Sir John Herschel's discovery of a right or left-handed asymmetry in the outward form of crystals, such as quartz, which in their inner molecular structure possess the helicoidal rotational property in reference to the plane of polarization of light, is one of the notable points of meeting between Natural History and Natural Philosophy. His observations on “ epipolic dispersion” gave Stokes the clue by which he was led to his great discovery of the change of periodic time experienced hy light in falling on certain substances and being dispersively reflected from them. In respect to pure mathematics Sir John Herschel did more, I believe, than any other man to introduce into Britain the powerful methods and the valuable notation of modern analysis. A remarkable mode of symbolism had freshly appeared, I believe, in the works of Laplace, and possibly of other French mathematicians; it certainly appeared in Fourier, but whether before or after Herschel's work I cannot say. With the French writers, however, this was rather a short method of writing formulæ than the analytical engine which it became in the hands of Herschel and British followers, especially Sylvester and Gregory (competitors with Green in the Cambridge Mathematical Tripos struggle of 1837) and Boole and Cayley. This method was greatly advanced by Gregory, who first gave to its working-power a secure and philosophical foundation, and so prepared the way for the marvellous extension it has received from Boole, Sylvester, and Cayley, according to which symbols of operation become the subjects not merely of algebraic combination, but of differentiations and integrations, as if they were symbols expressing values of varying quantities. An even more marvellous development of this same idea of the separation of symbols (according to which Gregory separated the algebraic signs + and from other symbols or quantities to be characterized by them, and dealt with them according to the laws of algebraic combination) received from Hamilton a most astonishing generalization, by the invention actually of new laws of combination, and led him to his famous “Quaternions,” of which he gave his earliest exposition to the Mathematical and Physical Section of this Association, at its meeting in Cambridge in the year 1845. Tait has taken up the subject of quaternions ably and zcalously, and has carried it into physical science with a faith, shared by some of the most thoughtful mathematical naturalists of the day, that it is destined to become an engine of perhaps hitherto unimagined power for investigating and expressing results in Natural Philosophy. Of Herschel's gigantic work in astronomical observation I need say nothing. Doubtless a careful account of it will be given in the · Proceedings of the Royal Society of London' for the next anniversary meeting.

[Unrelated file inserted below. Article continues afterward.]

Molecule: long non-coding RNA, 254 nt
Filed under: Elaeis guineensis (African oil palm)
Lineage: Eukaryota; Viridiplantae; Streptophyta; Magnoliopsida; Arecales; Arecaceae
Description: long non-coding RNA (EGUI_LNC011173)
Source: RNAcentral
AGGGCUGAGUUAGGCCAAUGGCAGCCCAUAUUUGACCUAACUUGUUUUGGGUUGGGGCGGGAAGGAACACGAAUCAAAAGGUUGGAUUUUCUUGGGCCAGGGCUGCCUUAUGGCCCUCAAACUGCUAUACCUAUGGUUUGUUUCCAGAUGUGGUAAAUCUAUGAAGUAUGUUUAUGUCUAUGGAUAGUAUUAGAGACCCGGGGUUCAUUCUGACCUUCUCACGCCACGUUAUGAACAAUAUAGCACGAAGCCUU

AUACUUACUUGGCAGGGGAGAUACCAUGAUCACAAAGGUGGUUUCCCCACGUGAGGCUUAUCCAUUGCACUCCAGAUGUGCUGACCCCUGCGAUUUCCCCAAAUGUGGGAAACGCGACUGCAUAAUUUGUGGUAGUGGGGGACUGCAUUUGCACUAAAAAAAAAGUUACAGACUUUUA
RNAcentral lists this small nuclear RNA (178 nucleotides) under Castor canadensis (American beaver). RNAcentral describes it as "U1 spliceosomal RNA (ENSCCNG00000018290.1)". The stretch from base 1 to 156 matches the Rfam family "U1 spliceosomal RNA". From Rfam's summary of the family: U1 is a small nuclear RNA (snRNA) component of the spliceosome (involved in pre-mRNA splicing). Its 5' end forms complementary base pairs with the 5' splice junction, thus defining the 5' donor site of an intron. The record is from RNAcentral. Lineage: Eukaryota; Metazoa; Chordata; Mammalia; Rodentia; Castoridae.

* Young's; written in 1823 for the Supplement to the Encyclopædia Britannica.'